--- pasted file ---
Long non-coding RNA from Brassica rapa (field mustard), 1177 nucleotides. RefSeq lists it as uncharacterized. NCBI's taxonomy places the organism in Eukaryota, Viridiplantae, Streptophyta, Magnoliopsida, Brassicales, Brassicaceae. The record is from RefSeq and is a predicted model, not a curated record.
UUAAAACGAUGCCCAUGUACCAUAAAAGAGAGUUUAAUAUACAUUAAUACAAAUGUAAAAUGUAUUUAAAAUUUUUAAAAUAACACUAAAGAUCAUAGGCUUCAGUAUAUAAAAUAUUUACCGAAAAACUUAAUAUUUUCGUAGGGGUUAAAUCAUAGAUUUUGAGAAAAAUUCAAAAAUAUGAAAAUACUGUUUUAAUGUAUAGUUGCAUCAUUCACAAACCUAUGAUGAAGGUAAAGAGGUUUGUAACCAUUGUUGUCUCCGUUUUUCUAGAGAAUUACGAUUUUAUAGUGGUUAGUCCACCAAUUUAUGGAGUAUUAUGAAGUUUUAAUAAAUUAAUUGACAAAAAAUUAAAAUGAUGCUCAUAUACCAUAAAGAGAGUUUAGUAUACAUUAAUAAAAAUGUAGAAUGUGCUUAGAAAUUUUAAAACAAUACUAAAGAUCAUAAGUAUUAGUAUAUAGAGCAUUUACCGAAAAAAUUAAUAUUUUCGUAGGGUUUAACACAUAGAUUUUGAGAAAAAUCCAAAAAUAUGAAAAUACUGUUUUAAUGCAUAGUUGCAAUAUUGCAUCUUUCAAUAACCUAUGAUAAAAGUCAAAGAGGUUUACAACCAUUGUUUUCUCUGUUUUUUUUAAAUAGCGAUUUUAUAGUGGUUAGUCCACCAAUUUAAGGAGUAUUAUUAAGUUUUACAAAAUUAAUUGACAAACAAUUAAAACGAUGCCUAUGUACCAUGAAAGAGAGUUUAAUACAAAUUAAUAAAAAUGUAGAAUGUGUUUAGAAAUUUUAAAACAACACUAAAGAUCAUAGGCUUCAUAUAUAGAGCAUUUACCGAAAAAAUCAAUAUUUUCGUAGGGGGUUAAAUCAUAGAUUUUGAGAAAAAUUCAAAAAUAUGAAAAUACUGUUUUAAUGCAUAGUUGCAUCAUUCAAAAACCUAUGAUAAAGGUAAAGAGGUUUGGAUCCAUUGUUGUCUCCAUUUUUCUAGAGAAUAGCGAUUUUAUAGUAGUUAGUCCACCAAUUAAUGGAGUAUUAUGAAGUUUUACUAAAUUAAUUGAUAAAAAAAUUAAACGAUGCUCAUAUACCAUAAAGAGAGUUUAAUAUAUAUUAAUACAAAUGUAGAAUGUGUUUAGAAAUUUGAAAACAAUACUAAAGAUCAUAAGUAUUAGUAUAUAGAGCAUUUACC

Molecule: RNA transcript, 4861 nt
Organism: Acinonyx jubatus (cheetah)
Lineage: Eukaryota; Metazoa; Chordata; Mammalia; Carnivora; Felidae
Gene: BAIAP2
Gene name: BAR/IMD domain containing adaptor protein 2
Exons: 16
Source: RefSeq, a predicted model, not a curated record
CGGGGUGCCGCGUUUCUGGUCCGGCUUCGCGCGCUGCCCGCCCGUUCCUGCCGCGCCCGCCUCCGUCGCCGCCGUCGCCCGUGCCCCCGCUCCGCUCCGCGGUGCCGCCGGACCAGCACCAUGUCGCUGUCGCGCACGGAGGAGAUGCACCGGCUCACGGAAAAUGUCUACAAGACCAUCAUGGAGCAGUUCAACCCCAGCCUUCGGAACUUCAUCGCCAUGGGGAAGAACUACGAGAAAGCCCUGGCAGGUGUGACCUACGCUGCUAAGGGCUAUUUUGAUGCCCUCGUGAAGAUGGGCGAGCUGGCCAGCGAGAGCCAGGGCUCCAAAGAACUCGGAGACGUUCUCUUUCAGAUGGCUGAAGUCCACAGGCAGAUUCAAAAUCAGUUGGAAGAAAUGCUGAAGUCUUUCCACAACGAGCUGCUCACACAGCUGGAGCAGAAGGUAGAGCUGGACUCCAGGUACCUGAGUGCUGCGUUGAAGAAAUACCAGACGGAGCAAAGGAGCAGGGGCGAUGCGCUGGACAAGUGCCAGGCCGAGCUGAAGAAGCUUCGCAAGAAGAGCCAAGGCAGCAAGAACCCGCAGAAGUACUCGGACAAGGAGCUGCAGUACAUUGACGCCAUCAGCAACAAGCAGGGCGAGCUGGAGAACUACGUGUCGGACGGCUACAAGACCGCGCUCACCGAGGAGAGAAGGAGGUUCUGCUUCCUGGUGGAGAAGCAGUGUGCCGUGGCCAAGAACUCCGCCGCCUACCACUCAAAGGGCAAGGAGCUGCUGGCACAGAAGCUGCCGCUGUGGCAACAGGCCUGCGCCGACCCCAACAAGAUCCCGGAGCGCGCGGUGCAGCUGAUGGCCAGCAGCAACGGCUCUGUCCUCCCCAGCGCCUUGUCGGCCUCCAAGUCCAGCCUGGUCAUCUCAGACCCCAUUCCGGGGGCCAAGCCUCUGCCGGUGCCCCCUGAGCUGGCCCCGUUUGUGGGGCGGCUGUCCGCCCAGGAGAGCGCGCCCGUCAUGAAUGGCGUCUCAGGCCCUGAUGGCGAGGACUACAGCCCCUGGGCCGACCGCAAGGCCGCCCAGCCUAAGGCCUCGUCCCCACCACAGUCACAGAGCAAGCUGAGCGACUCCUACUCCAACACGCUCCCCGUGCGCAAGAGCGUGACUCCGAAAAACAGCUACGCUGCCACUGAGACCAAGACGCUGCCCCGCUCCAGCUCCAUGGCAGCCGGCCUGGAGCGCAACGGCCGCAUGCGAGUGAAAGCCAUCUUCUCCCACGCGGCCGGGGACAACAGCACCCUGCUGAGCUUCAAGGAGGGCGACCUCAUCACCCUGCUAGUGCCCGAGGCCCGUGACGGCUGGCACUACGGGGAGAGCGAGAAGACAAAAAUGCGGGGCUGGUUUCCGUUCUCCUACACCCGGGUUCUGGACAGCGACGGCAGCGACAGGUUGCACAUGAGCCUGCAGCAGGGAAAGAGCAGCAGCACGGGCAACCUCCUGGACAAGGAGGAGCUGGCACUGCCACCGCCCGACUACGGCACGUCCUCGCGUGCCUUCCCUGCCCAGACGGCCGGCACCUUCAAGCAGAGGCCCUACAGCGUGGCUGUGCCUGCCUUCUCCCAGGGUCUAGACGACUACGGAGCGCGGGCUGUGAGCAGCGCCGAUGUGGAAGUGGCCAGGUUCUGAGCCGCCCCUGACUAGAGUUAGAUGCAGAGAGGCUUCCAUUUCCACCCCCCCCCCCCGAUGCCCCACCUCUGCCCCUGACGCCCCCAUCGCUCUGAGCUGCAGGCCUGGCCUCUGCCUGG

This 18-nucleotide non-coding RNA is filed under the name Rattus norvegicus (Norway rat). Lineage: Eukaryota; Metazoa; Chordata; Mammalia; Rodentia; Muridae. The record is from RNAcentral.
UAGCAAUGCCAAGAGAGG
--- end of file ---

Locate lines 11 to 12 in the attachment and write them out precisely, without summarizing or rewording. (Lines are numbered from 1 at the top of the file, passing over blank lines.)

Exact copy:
This 18-nucleotide non-coding RNA is filed under the name Rattus norvegicus (Norway rat). Lineage: Eukaryota; Metazoa; Chordata; Mammalia; Rodentia; Muridae. The record is from RNAcentral.
UAGCAAUGCCAAGAGAGG